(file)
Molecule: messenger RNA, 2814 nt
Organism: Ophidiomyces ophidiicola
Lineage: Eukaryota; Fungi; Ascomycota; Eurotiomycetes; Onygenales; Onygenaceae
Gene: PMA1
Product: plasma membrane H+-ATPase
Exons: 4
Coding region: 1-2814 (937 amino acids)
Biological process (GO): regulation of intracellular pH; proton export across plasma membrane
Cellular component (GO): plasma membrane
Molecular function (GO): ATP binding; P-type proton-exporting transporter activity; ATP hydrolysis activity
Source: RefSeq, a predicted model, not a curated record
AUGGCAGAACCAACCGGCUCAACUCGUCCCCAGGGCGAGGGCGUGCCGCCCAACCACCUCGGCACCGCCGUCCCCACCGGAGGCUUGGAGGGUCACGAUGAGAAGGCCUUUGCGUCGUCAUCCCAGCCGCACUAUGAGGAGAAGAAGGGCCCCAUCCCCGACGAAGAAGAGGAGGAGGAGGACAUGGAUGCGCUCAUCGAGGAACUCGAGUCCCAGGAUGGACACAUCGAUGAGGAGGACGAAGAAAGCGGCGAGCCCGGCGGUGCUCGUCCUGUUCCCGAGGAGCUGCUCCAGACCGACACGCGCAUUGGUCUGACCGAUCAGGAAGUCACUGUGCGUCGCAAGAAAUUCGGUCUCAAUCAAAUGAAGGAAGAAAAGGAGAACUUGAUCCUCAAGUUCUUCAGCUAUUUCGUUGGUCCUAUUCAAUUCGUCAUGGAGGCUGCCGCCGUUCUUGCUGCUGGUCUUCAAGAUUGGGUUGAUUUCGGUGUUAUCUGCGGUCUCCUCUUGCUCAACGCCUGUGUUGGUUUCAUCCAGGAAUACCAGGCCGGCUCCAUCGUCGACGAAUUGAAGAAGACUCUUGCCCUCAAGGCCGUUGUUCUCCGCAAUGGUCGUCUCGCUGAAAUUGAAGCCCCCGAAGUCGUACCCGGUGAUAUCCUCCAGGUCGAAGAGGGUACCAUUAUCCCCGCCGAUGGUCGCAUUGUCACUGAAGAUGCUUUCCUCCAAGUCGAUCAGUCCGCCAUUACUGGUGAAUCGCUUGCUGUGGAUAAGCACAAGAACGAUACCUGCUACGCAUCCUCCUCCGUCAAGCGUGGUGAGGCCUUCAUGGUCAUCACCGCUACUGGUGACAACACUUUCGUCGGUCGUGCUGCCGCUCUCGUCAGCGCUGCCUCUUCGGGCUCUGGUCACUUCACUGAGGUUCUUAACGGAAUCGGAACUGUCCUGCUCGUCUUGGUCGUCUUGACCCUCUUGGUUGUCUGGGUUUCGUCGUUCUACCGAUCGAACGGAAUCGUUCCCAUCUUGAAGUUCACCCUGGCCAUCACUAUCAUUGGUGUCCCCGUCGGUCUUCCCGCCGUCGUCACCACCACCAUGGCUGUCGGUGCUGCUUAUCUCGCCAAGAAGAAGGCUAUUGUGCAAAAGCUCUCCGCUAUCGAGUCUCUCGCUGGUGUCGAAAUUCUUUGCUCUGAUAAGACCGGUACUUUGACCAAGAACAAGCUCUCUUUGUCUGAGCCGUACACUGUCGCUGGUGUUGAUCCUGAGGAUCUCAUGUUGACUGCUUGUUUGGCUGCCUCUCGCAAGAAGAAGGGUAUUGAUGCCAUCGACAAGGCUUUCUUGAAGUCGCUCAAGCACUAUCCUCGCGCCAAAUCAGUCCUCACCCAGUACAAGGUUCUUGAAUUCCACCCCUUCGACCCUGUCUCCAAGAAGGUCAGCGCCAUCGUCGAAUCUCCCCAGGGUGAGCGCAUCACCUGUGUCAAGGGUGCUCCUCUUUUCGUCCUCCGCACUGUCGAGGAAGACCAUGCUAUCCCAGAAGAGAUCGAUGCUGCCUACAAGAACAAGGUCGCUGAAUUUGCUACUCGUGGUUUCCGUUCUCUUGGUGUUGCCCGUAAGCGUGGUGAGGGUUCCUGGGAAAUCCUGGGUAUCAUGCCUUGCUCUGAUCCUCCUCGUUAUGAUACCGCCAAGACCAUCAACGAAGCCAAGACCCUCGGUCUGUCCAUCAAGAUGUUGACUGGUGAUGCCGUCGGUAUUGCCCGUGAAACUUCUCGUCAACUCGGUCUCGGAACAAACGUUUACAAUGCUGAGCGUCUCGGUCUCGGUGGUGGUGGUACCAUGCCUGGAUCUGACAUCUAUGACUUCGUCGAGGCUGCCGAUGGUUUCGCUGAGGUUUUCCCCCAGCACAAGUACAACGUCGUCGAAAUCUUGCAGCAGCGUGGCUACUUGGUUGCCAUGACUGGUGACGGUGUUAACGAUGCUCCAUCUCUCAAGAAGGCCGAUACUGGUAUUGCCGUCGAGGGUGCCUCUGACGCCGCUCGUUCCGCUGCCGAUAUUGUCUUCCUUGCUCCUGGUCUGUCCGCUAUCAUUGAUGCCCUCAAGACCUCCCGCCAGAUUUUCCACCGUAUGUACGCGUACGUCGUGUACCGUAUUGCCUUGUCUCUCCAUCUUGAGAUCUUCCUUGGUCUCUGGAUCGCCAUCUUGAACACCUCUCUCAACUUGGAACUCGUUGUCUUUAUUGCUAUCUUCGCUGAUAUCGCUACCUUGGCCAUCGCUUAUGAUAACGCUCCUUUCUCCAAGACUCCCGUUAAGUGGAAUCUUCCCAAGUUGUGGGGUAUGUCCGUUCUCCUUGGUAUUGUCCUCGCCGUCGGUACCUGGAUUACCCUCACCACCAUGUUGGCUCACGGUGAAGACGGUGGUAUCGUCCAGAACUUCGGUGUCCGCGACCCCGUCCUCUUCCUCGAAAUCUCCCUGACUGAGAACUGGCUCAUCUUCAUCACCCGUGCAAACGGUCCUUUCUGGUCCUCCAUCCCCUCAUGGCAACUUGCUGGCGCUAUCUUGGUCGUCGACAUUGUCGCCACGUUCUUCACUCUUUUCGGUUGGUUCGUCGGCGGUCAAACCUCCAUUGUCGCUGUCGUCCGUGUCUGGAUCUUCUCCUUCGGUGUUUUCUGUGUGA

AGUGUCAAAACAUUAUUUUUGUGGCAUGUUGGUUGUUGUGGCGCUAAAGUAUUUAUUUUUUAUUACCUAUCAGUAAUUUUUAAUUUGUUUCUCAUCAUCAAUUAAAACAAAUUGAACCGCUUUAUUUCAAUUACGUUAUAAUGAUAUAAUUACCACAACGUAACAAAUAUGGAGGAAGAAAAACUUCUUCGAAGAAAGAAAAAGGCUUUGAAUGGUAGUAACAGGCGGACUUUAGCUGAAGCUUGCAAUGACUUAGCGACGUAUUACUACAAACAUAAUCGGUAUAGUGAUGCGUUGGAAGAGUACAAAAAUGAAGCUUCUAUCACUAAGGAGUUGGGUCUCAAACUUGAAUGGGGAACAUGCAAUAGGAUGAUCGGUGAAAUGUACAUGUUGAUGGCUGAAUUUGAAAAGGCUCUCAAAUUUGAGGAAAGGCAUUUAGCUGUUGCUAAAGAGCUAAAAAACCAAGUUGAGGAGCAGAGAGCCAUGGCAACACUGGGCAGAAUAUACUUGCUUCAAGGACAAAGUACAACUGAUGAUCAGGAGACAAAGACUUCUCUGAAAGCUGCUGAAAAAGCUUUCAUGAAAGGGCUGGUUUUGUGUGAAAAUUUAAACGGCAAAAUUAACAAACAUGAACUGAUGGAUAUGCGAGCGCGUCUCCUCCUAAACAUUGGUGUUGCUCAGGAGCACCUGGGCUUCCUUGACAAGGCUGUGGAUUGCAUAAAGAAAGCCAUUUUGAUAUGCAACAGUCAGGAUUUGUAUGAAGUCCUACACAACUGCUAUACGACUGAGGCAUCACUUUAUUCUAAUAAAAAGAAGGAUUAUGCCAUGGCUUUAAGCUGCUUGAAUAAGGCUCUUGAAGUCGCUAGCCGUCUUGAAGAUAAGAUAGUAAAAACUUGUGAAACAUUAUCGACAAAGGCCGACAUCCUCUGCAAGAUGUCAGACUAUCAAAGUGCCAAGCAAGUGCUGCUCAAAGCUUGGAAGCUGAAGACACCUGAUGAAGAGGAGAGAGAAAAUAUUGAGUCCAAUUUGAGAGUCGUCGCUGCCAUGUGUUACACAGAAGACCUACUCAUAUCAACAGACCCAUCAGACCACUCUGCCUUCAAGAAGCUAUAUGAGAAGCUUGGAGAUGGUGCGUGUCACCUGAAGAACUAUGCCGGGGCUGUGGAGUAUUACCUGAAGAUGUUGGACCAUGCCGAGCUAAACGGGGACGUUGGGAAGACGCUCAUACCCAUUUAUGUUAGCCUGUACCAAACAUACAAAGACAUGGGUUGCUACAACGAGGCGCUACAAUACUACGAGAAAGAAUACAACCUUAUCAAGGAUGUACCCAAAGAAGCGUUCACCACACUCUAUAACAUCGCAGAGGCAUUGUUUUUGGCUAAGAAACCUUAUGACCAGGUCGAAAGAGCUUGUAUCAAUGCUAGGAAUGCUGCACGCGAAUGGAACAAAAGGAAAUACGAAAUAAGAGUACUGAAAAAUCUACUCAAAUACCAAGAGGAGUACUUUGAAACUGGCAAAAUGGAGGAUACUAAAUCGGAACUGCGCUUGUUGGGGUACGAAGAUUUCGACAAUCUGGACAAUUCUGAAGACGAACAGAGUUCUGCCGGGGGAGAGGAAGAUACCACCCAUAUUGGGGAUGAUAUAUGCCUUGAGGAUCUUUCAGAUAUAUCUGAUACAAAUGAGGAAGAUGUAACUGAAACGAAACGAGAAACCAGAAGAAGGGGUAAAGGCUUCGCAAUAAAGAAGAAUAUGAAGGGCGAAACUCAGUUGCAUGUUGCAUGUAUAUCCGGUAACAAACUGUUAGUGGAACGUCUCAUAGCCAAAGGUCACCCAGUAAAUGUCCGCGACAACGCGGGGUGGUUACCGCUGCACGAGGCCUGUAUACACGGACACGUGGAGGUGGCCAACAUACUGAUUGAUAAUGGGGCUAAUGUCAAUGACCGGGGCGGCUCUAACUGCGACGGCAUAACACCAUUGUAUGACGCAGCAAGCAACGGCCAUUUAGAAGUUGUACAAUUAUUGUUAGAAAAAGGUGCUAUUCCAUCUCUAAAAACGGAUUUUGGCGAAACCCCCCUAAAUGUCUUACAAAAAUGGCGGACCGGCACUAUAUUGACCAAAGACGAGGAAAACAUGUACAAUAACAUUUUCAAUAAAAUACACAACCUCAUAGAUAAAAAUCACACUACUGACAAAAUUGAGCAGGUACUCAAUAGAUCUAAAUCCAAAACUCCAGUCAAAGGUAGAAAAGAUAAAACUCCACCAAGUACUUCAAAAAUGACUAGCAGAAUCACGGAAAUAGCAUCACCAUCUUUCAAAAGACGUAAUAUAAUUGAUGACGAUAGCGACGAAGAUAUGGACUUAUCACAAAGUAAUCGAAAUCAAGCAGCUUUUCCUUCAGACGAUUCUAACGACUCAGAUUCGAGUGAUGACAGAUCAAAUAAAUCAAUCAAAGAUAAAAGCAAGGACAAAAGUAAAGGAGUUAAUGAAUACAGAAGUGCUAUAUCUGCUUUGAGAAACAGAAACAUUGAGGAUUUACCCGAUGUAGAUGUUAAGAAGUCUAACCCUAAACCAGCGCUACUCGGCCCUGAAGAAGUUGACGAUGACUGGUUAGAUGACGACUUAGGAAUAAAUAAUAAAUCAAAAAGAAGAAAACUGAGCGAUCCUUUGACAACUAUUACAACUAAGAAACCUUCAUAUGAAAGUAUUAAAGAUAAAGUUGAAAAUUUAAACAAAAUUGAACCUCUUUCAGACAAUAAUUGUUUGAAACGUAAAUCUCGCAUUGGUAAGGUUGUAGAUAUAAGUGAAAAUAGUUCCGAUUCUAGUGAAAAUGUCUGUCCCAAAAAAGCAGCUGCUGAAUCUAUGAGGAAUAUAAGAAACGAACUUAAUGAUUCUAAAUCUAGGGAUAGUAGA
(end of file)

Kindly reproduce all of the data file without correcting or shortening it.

Molecule: messenger RNA, 2814 nt
Organism: Ophidiomyces ophidiicola
Lineage: Eukaryota; Fungi; Ascomycota; Eurotiomycetes; Onygenales; Onygenaceae
Gene: PMA1
Product: plasma membrane H+-ATPase
Exons: 4
Coding region: 1-2814 (937 amino acids)
Biological process (GO): regulation of intracellular pH; proton export across plasma membrane
Cellular component (GO): plasma membrane
Molecular function (GO): ATP binding; P-type proton-exporting transporter activity; ATP hydrolysis activity
Source: RefSeq, a predicted model, not a curated record
AUGGCAGAACCAACCGGCUCAACUCGUCCCCAGGGCGAGGGCGUGCCGCCCAACCACCUCGGCACCGCCGUCCCCACCGGAGGCUUGGAGGGUCACGAUGAGAAGGCCUUUGCGUCGUCAUCCCAGCCGCACUAUGAGGAGAAGAAGGGCCCCAUCCCCGACGAAGAAGAGGAGGAGGAGGACAUGGAUGCGCUCAUCGAGGAACUCGAGUCCCAGGAUGGACACAUCGAUGAGGAGGACGAAGAAAGCGGCGAGCCCGGCGGUGCUCGUCCUGUUCCCGAGGAGCUGCUCCAGACCGACACGCGCAUUGGUCUGACCGAUCAGGAAGUCACUGUGCGUCGCAAGAAAUUCGGUCUCAAUCAAAUGAAGGAAGAAAAGGAGAACUUGAUCCUCAAGUUCUUCAGCUAUUUCGUUGGUCCUAUUCAAUUCGUCAUGGAGGCUGCCGCCGUUCUUGCUGCUGGUCUUCAAGAUUGGGUUGAUUUCGGUGUUAUCUGCGGUCUCCUCUUGCUCAACGCCUGUGUUGGUUUCAUCCAGGAAUACCAGGCCGGCUCCAUCGUCGACGAAUUGAAGAAGACUCUUGCCCUCAAGGCCGUUGUUCUCCGCAAUGGUCGUCUCGCUGAAAUUGAAGCCCCCGAAGUCGUACCCGGUGAUAUCCUCCAGGUCGAAGAGGGUACCAUUAUCCCCGCCGAUGGUCGCAUUGUCACUGAAGAUGCUUUCCUCCAAGUCGAUCAGUCCGCCAUUACUGGUGAAUCGCUUGCUGUGGAUAAGCACAAGAACGAUACCUGCUACGCAUCCUCCUCCGUCAAGCGUGGUGAGGCCUUCAUGGUCAUCACCGCUACUGGUGACAACACUUUCGUCGGUCGUGCUGCCGCUCUCGUCAGCGCUGCCUCUUCGGGCUCUGGUCACUUCACUGAGGUUCUUAACGGAAUCGGAACUGUCCUGCUCGUCUUGGUCGUCUUGACCCUCUUGGUUGUCUGGGUUUCGUCGUUCUACCGAUCGAACGGAAUCGUUCCCAUCUUGAAGUUCACCCUGGCCAUCACUAUCAUUGGUGUCCCCGUCGGUCUUCCCGCCGUCGUCACCACCACCAUGGCUGUCGGUGCUGCUUAUCUCGCCAAGAAGAAGGCUAUUGUGCAAAAGCUCUCCGCUAUCGAGUCUCUCGCUGGUGUCGAAAUUCUUUGCUCUGAUAAGACCGGUACUUUGACCAAGAACAAGCUCUCUUUGUCUGAGCCGUACACUGUCGCUGGUGUUGAUCCUGAGGAUCUCAUGUUGACUGCUUGUUUGGCUGCCUCUCGCAAGAAGAAGGGUAUUGAUGCCAUCGACAAGGCUUUCUUGAAGUCGCUCAAGCACUAUCCUCGCGCCAAAUCAGUCCUCACCCAGUACAAGGUUCUUGAAUUCCACCCCUUCGACCCUGUCUCCAAGAAGGUCAGCGCCAUCGUCGAAUCUCCCCAGGGUGAGCGCAUCACCUGUGUCAAGGGUGCUCCUCUUUUCGUCCUCCGCACUGUCGAGGAAGACCAUGCUAUCCCAGAAGAGAUCGAUGCUGCCUACAAGAACAAGGUCGCUGAAUUUGCUACUCGUGGUUUCCGUUCUCUUGGUGUUGCCCGUAAGCGUGGUGAGGGUUCCUGGGAAAUCCUGGGUAUCAUGCCUUGCUCUGAUCCUCCUCGUUAUGAUACCGCCAAGACCAUCAACGAAGCCAAGACCCUCGGUCUGUCCAUCAAGAUGUUGACUGGUGAUGCCGUCGGUAUUGCCCGUGAAACUUCUCGUCAACUCGGUCUCGGAACAAACGUUUACAAUGCUGAGCGUCUCGGUCUCGGUGGUGGUGGUACCAUGCCUGGAUCUGACAUCUAUGACUUCGUCGAGGCUGCCGAUGGUUUCGCUGAGGUUUUCCCCCAGCACAAGUACAACGUCGUCGAAAUCUUGCAGCAGCGUGGCUACUUGGUUGCCAUGACUGGUGACGGUGUUAACGAUGCUCCAUCUCUCAAGAAGGCCGAUACUGGUAUUGCCGUCGAGGGUGCCUCUGACGCCGCUCGUUCCGCUGCCGAUAUUGUCUUCCUUGCUCCUGGUCUGUCCGCUAUCAUUGAUGCCCUCAAGACCUCCCGCCAGAUUUUCCACCGUAUGUACGCGUACGUCGUGUACCGUAUUGCCUUGUCUCUCCAUCUUGAGAUCUUCCUUGGUCUCUGGAUCGCCAUCUUGAACACCUCUCUCAACUUGGAACUCGUUGUCUUUAUUGCUAUCUUCGCUGAUAUCGCUACCUUGGCCAUCGCUUAUGAUAACGCUCCUUUCUCCAAGACUCCCGUUAAGUGGAAUCUUCCCAAGUUGUGGGGUAUGUCCGUUCUCCUUGGUAUUGUCCUCGCCGUCGGUACCUGGAUUACCCUCACCACCAUGUUGGCUCACGGUGAAGACGGUGGUAUCGUCCAGAACUUCGGUGUCCGCGACCCCGUCCUCUUCCUCGAAAUCUCCCUGACUGAGAACUGGCUCAUCUUCAUCACCCGUGCAAACGGUCCUUUCUGGUCCUCCAUCCCCUCAUGGCAACUUGCUGGCGCUAUCUUGGUCGUCGACAUUGUCGCCACGUUCUUCACUCUUUUCGGUUGGUUCGUCGGCGGUCAAACCUCCAUUGUCGCUGUCGUCCGUGUCUGGAUCUUCUCCUUCGGUGUUUUCUGUGUGA

AGUGUCAAAACAUUAUUUUUGUGGCAUGUUGGUUGUUGUGGCGCUAAAGUAUUUAUUUUUUAUUACCUAUCAGUAAUUUUUAAUUUGUUUCUCAUCAUCAAUUAAAACAAAUUGAACCGCUUUAUUUCAAUUACGUUAUAAUGAUAUAAUUACCACAACGUAACAAAUAUGGAGGAAGAAAAACUUCUUCGAAGAAAGAAAAAGGCUUUGAAUGGUAGUAACAGGCGGACUUUAGCUGAAGCUUGCAAUGACUUAGCGACGUAUUACUACAAACAUAAUCGGUAUAGUGAUGCGUUGGAAGAGUACAAAAAUGAAGCUUCUAUCACUAAGGAGUUGGGUCUCAAACUUGAAUGGGGAACAUGCAAUAGGAUGAUCGGUGAAAUGUACAUGUUGAUGGCUGAAUUUGAAAAGGCUCUCAAAUUUGAGGAAAGGCAUUUAGCUGUUGCUAAAGAGCUAAAAAACCAAGUUGAGGAGCAGAGAGCCAUGGCAACACUGGGCAGAAUAUACUUGCUUCAAGGACAAAGUACAACUGAUGAUCAGGAGACAAAGACUUCUCUGAAAGCUGCUGAAAAAGCUUUCAUGAAAGGGCUGGUUUUGUGUGAAAAUUUAAACGGCAAAAUUAACAAACAUGAACUGAUGGAUAUGCGAGCGCGUCUCCUCCUAAACAUUGGUGUUGCUCAGGAGCACCUGGGCUUCCUUGACAAGGCUGUGGAUUGCAUAAAGAAAGCCAUUUUGAUAUGCAACAGUCAGGAUUUGUAUGAAGUCCUACACAACUGCUAUACGACUGAGGCAUCACUUUAUUCUAAUAAAAAGAAGGAUUAUGCCAUGGCUUUAAGCUGCUUGAAUAAGGCUCUUGAAGUCGCUAGCCGUCUUGAAGAUAAGAUAGUAAAAACUUGUGAAACAUUAUCGACAAAGGCCGACAUCCUCUGCAAGAUGUCAGACUAUCAAAGUGCCAAGCAAGUGCUGCUCAAAGCUUGGAAGCUGAAGACACCUGAUGAAGAGGAGAGAGAAAAUAUUGAGUCCAAUUUGAGAGUCGUCGCUGCCAUGUGUUACACAGAAGACCUACUCAUAUCAACAGACCCAUCAGACCACUCUGCCUUCAAGAAGCUAUAUGAGAAGCUUGGAGAUGGUGCGUGUCACCUGAAGAACUAUGCCGGGGCUGUGGAGUAUUACCUGAAGAUGUUGGACCAUGCCGAGCUAAACGGGGACGUUGGGAAGACGCUCAUACCCAUUUAUGUUAGCCUGUACCAAACAUACAAAGACAUGGGUUGCUACAACGAGGCGCUACAAUACUACGAGAAAGAAUACAACCUUAUCAAGGAUGUACCCAAAGAAGCGUUCACCACACUCUAUAACAUCGCAGAGGCAUUGUUUUUGGCUAAGAAACCUUAUGACCAGGUCGAAAGAGCUUGUAUCAAUGCUAGGAAUGCUGCACGCGAAUGGAACAAAAGGAAAUACGAAAUAAGAGUACUGAAAAAUCUACUCAAAUACCAAGAGGAGUACUUUGAAACUGGCAAAAUGGAGGAUACUAAAUCGGAACUGCGCUUGUUGGGGUACGAAGAUUUCGACAAUCUGGACAAUUCUGAAGACGAACAGAGUUCUGCCGGGGGAGAGGAAGAUACCACCCAUAUUGGGGAUGAUAUAUGCCUUGAGGAUCUUUCAGAUAUAUCUGAUACAAAUGAGGAAGAUGUAACUGAAACGAAACGAGAAACCAGAAGAAGGGGUAAAGGCUUCGCAAUAAAGAAGAAUAUGAAGGGCGAAACUCAGUUGCAUGUUGCAUGUAUAUCCGGUAACAAACUGUUAGUGGAACGUCUCAUAGCCAAAGGUCACCCAGUAAAUGUCCGCGACAACGCGGGGUGGUUACCGCUGCACGAGGCCUGUAUACACGGACACGUGGAGGUGGCCAACAUACUGAUUGAUAAUGGGGCUAAUGUCAAUGACCGGGGCGGCUCUAACUGCGACGGCAUAACACCAUUGUAUGACGCAGCAAGCAACGGCCAUUUAGAAGUUGUACAAUUAUUGUUAGAAAAAGGUGCUAUUCCAUCUCUAAAAACGGAUUUUGGCGAAACCCCCCUAAAUGUCUUACAAAAAUGGCGGACCGGCACUAUAUUGACCAAAGACGAGGAAAACAUGUACAAUAACAUUUUCAAUAAAAUACACAACCUCAUAGAUAAAAAUCACACUACUGACAAAAUUGAGCAGGUACUCAAUAGAUCUAAAUCCAAAACUCCAGUCAAAGGUAGAAAAGAUAAAACUCCACCAAGUACUUCAAAAAUGACUAGCAGAAUCACGGAAAUAGCAUCACCAUCUUUCAAAAGACGUAAUAUAAUUGAUGACGAUAGCGACGAAGAUAUGGACUUAUCACAAAGUAAUCGAAAUCAAGCAGCUUUUCCUUCAGACGAUUCUAACGACUCAGAUUCGAGUGAUGACAGAUCAAAUAAAUCAAUCAAAGAUAAAAGCAAGGACAAAAGUAAAGGAGUUAAUGAAUACAGAAGUGCUAUAUCUGCUUUGAGAAACAGAAACAUUGAGGAUUUACCCGAUGUAGAUGUUAAGAAGUCUAACCCUAAACCAGCGCUACUCGGCCCUGAAGAAGUUGACGAUGACUGGUUAGAUGACGACUUAGGAAUAAAUAAUAAAUCAAAAAGAAGAAAACUGAGCGAUCCUUUGACAACUAUUACAACUAAGAAACCUUCAUAUGAAAGUAUUAAAGAUAAAGUUGAAAAUUUAAACAAAAUUGAACCUCUUUCAGACAAUAAUUGUUUGAAACGUAAAUCUCGCAUUGGUAAGGUUGUAGAUAUAAGUGAAAAUAGUUCCGAUUCUAGUGAAAAUGUCUGUCCCAAAAAAGCAGCUGCUGAAUCUAUGAGGAAUAUAAGAAACGAACUUAAUGAUUCUAAAUCUAGGGAUAGUAGA